rlbourges

Grace Notes

In Animals, Artists, Circus, Contes d'Exil, Current reading, Hautvoir, proto drafts, Rejection, Sanford Meisner on August 24, 2015 at 7:57 am

When we come back from our morning walk, the dog and I, men are settling in at their sidewalk table in front of Le Grandgousier. Since this is Monday, others wait for the first bus out of town. I stand on the terrace overlooking the river, the two bridges and the market square. Complex light, this morning, scattered by banks of cloud into deep purples, oranges, and hot pink.

Why do you write what you write? Why do you write it the way you do? Which is worse: being ignored or being misunderstood? Or being disliked for those very things that matter most to you? Take  your pick or choose: all of the above.

The only editor ever to detail the reasons for rejecting something of mine hadn’t read a single line of the stories. He said so in the first paragraph of his letter, and then pasted in some of the comments from his reader. This was many, many years ago. The stories were in French, elliptical, and required a lot of reader participation. The characters were Russian. As a natural consequence, they had Russian names and patronymics. The reader objected to that. The editor relayed the objection.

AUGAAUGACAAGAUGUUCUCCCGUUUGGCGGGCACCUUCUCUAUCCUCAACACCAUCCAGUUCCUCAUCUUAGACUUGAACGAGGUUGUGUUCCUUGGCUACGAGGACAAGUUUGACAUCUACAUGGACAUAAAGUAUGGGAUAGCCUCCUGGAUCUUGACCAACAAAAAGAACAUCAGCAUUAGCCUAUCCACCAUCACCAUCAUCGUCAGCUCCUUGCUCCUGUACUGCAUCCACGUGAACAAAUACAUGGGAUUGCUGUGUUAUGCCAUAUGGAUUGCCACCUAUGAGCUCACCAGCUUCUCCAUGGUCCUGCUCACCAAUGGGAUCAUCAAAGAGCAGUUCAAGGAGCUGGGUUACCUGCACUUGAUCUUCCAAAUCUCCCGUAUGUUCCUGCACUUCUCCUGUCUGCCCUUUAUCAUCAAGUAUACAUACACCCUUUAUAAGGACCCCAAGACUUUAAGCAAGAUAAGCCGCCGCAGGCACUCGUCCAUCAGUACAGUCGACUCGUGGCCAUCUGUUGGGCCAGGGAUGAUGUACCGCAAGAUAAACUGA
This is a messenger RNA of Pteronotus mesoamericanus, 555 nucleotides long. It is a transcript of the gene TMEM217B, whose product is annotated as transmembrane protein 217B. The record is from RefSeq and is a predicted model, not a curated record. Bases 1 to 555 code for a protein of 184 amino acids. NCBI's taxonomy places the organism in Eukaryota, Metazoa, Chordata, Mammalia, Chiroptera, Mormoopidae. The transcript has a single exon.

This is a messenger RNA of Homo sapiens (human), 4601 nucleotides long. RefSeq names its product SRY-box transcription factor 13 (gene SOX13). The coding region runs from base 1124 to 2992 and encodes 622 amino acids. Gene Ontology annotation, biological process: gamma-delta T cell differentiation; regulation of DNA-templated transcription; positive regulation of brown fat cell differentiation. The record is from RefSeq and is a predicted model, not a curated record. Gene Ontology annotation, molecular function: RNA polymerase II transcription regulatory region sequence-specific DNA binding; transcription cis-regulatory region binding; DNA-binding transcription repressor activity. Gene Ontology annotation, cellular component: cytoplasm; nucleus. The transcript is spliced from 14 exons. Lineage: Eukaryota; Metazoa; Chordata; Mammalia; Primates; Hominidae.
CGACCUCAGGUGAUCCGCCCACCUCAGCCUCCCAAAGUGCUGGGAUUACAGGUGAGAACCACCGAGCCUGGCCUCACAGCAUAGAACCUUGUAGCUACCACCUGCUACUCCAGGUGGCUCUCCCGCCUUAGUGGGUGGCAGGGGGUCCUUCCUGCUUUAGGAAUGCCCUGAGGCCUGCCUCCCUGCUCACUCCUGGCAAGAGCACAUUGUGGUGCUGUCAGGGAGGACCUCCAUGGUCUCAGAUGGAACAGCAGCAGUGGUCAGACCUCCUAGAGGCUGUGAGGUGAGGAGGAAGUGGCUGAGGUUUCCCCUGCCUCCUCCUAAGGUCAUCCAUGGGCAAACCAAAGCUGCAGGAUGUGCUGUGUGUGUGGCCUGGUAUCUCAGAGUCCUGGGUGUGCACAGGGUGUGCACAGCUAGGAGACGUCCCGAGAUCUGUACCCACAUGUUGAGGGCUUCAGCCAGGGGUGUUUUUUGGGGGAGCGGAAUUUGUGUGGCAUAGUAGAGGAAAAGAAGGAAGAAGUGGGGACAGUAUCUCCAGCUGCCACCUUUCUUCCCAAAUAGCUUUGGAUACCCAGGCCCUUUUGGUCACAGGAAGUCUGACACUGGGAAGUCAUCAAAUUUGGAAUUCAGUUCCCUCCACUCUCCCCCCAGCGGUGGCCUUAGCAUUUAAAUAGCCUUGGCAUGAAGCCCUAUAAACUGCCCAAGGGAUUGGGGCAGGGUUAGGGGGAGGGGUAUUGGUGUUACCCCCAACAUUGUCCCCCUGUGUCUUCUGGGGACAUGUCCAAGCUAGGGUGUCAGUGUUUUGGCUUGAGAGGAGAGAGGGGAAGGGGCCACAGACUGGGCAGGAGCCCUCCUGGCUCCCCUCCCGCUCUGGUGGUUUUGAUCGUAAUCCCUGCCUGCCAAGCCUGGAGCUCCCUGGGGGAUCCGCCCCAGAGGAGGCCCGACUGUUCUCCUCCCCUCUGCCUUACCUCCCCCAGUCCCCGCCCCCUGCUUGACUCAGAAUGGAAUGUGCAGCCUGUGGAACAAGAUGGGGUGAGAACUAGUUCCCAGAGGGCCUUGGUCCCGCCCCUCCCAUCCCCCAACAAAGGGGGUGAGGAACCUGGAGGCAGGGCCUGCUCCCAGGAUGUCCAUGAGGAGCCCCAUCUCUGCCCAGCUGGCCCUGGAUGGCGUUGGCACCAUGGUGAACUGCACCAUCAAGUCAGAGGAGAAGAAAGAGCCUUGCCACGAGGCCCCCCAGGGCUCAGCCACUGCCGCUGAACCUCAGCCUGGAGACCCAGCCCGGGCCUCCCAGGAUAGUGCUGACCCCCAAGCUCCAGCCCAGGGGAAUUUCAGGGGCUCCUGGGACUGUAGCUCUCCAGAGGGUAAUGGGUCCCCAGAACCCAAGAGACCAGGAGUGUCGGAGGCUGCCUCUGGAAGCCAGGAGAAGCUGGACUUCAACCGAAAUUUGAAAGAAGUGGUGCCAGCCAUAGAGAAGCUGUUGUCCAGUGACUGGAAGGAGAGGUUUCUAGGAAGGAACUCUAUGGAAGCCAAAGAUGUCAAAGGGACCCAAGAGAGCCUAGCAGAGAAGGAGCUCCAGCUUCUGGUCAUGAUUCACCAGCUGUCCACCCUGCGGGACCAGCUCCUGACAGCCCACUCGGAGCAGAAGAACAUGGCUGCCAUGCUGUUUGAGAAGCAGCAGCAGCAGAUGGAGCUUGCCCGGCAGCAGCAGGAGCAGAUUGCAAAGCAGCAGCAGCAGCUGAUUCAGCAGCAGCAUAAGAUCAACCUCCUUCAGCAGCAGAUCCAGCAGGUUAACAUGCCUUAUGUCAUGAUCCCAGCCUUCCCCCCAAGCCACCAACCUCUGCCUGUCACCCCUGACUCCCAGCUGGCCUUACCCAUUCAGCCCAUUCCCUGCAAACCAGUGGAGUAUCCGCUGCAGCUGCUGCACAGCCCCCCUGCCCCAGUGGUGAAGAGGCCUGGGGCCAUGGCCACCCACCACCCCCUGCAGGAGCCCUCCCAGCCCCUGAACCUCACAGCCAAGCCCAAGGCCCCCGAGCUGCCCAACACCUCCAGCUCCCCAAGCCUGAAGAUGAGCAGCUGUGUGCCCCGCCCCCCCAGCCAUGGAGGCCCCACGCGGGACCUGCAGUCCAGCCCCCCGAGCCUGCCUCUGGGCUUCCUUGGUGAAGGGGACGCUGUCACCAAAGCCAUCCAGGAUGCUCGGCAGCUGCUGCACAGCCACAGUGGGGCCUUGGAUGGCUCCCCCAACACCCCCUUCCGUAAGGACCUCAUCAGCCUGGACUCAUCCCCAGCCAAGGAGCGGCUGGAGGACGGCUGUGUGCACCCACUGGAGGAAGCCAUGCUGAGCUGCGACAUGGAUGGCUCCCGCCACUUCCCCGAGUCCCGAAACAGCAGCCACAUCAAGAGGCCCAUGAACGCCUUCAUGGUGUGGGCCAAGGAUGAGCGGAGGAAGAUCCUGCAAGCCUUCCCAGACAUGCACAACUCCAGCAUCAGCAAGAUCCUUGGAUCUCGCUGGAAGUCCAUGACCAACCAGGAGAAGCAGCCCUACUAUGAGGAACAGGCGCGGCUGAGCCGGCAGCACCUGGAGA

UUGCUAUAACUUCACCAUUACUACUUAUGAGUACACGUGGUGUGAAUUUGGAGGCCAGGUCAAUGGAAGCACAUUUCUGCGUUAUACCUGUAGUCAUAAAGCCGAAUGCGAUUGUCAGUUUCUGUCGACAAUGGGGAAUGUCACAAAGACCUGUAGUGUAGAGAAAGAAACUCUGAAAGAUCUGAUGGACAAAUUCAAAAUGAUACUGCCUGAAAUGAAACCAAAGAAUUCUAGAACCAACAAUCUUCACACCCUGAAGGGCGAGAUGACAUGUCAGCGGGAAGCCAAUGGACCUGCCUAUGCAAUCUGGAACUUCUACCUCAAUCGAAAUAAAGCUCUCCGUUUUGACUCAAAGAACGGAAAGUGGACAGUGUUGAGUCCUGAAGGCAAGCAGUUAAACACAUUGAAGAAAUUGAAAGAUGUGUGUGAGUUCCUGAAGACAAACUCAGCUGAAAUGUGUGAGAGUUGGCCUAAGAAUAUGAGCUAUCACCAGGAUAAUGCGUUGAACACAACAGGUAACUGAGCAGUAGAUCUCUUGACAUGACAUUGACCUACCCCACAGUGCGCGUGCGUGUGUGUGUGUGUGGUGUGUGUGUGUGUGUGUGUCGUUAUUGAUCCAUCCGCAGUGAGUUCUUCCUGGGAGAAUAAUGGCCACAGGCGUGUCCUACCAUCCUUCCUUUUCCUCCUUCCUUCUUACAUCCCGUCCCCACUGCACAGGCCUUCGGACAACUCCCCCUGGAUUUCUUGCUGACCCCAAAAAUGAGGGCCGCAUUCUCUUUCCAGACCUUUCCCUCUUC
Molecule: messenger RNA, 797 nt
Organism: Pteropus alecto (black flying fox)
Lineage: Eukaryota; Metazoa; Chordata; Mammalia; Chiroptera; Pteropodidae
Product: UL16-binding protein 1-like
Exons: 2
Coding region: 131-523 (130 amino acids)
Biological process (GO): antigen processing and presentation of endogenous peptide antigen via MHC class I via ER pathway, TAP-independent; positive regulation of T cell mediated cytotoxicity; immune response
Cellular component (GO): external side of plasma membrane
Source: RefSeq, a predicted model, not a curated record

What else can you do but read the letter with growing disbelief and thank the gods for the rejection? Do you want to argue with an editor who’ll want Irina Dimitrievna called Betty or Nadine?

Intelligent discourse with an intelligent agent. Same with an intelligent editor. Failing physical access to either, careful attention to the characters (1) and to what you enjoy reading and writing (2).

Yesterday, I read through Jim Harrison’s The Games of Night again. Can any writing be further in style from Nabokov’s Pnin? I happen to appreciate both. Finding an agent or an editor may be a “business transaction”. That’s the surface of the issue, at least, as far as I’m concerned.  You listen to advice or criticism when you and the characters see the value-added benefit – not so much in terms of salability as in terms of valuable reading.

So: grace notes. Those moments when both the writer and the character enjoy something for the enjoyment of it. Because it pleases the eye. Because it soothes the nerves. Because… because.

Back to a pile of junk in an imaginary scrap yard. Two characters devising the intro to a short sketch.

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